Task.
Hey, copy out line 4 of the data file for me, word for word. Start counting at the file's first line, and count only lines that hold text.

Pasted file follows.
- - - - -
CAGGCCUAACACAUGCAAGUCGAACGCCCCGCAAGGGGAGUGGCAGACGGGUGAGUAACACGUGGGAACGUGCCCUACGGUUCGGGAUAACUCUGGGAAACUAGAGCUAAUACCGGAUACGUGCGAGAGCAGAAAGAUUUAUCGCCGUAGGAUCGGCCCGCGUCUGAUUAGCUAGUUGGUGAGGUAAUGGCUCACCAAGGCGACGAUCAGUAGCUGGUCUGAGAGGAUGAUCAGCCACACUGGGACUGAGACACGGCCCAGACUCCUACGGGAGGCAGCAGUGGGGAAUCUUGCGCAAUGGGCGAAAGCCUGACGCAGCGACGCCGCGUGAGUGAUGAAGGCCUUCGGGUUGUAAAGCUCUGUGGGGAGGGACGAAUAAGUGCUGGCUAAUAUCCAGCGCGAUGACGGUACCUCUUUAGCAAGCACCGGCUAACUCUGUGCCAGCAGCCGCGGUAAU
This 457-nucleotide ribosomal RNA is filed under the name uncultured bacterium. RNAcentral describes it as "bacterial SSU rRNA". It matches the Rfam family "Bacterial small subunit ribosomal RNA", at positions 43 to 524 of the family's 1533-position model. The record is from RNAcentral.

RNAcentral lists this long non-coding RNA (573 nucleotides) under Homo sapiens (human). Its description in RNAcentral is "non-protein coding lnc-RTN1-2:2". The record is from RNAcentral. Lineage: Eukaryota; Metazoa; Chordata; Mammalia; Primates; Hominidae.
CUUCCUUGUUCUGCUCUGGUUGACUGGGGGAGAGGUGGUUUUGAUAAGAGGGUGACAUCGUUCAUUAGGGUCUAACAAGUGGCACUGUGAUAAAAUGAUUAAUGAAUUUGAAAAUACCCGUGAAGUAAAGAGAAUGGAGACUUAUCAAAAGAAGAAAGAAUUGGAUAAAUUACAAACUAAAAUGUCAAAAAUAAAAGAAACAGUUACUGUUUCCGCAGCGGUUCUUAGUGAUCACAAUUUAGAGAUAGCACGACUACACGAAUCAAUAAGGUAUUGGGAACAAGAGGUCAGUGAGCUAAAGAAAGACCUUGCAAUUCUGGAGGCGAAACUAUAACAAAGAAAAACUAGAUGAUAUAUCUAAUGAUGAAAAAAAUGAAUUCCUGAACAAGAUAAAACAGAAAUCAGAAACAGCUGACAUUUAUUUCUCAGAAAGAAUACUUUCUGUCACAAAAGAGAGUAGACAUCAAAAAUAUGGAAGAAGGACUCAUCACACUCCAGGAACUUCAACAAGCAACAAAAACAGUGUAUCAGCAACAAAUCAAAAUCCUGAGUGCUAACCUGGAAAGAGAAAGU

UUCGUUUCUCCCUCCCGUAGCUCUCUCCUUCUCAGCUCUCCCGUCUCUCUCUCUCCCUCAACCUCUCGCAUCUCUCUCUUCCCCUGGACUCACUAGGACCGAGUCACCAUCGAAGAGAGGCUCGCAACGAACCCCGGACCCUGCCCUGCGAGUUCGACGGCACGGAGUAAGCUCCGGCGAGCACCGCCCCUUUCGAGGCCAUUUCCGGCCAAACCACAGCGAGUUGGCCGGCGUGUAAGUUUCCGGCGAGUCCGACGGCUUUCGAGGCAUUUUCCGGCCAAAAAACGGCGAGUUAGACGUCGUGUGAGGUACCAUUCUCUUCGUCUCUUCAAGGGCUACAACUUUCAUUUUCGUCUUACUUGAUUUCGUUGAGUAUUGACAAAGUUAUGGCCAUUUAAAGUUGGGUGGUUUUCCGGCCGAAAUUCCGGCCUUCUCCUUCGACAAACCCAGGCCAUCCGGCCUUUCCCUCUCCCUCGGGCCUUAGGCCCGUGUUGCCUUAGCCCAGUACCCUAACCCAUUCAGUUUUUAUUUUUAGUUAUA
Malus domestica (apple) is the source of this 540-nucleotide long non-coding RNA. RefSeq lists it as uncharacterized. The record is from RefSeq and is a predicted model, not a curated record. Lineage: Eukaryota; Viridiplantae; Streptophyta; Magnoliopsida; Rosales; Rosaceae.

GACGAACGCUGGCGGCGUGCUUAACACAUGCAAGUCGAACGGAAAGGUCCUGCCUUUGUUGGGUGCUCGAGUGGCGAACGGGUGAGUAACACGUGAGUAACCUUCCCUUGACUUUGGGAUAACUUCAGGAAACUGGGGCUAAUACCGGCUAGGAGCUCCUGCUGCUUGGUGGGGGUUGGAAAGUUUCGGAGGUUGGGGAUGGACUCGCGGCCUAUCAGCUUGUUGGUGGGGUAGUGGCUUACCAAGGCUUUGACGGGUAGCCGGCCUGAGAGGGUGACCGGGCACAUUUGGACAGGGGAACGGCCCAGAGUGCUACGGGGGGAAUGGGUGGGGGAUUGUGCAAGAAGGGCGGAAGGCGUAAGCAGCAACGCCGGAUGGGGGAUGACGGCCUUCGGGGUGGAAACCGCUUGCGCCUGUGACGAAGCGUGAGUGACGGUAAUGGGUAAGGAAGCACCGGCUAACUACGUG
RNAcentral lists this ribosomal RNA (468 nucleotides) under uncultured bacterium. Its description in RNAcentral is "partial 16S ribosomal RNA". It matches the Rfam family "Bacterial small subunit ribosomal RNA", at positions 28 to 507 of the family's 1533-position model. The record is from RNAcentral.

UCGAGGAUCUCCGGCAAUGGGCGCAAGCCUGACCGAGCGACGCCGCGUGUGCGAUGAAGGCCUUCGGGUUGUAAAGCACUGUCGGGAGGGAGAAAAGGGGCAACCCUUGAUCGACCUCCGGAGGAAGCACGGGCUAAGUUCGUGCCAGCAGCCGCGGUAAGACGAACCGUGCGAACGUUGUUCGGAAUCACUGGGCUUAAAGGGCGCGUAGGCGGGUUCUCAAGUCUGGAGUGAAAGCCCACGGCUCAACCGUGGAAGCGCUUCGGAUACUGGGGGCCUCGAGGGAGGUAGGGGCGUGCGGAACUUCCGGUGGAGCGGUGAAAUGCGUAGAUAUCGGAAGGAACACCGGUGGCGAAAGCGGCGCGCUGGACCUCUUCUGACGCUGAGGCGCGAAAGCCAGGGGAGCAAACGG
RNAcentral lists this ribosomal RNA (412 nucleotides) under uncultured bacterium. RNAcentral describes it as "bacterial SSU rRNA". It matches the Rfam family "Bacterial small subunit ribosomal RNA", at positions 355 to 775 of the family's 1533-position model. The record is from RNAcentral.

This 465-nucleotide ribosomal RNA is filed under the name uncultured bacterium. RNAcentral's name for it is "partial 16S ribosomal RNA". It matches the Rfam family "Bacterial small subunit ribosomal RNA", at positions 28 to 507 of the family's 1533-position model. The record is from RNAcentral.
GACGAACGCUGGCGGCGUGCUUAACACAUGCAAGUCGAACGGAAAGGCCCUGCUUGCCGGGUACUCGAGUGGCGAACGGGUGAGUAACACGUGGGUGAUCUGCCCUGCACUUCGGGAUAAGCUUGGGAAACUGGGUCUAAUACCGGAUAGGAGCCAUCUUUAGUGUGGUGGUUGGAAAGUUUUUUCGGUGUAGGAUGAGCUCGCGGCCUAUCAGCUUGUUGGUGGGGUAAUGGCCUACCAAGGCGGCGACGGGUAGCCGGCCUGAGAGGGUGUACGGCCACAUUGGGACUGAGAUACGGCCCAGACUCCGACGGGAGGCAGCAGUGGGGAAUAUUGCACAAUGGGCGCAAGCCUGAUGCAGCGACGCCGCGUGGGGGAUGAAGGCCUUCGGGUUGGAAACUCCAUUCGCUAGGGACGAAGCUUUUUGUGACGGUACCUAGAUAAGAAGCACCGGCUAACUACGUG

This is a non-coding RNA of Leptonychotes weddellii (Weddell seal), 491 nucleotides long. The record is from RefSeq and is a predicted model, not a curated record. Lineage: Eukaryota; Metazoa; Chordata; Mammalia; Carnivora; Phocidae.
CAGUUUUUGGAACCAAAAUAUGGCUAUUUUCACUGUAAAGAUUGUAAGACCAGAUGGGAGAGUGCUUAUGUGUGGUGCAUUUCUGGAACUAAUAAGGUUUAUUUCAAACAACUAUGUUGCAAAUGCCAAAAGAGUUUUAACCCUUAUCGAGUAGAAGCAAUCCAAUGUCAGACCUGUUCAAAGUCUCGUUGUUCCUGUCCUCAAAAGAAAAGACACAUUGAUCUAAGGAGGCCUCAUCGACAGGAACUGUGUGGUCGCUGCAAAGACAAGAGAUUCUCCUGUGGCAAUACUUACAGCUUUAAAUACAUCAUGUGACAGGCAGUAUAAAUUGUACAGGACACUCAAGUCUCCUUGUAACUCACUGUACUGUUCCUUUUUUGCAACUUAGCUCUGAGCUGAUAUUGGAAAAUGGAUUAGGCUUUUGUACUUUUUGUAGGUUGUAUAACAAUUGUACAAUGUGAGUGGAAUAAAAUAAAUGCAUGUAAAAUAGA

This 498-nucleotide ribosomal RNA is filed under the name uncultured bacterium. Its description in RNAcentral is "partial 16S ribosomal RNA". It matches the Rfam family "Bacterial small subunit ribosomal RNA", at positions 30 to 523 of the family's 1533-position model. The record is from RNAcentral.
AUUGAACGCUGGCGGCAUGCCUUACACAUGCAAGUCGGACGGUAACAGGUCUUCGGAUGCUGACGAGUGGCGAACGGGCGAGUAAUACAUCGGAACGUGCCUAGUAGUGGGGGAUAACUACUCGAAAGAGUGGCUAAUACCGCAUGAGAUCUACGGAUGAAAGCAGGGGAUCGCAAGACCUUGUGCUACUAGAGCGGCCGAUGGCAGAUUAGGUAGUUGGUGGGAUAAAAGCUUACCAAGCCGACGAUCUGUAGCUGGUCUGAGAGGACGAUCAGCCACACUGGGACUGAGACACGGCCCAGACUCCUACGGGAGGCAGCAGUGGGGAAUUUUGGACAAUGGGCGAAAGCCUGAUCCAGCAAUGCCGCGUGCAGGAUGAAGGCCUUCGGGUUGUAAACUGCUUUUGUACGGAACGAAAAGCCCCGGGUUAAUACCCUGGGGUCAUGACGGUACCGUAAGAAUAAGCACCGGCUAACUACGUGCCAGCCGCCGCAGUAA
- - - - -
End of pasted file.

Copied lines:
CUUCCUUGUUCUGCUCUGGUUGACUGGGGGAGAGGUGGUUUUGAUAAGAGGGUGACAUCGUUCAUUAGGGUCUAACAAGUGGCACUGUGAUAAAAUGAUUAAUGAAUUUGAAAAUACCCGUGAAGUAAAGAGAAUGGAGACUUAUCAAAAGAAGAAAGAAUUGGAUAAAUUACAAACUAAAAUGUCAAAAAUAAAAGAAACAGUUACUGUUUCCGCAGCGGUUCUUAGUGAUCACAAUUUAGAGAUAGCACGACUACACGAAUCAAUAAGGUAUUGGGAACAAGAGGUCAGUGAGCUAAAGAAAGACCUUGCAAUUCUGGAGGCGAAACUAUAACAAAGAAAAACUAGAUGAUAUAUCUAAUGAUGAAAAAAAUGAAUUCCUGAACAAGAUAAAACAGAAAUCAGAAACAGCUGACAUUUAUUUCUCAGAAAGAAUACUUUCUGUCACAAAAGAGAGUAGACAUCAAAAAUAUGGAAGAAGGACUCAUCACACUCCAGGAACUUCAACAAGCAACAAAAACAGUGUAUCAGCAACAAAUCAAAAUCCUGAGUGCUAACCUGGAAAGAGAAAGU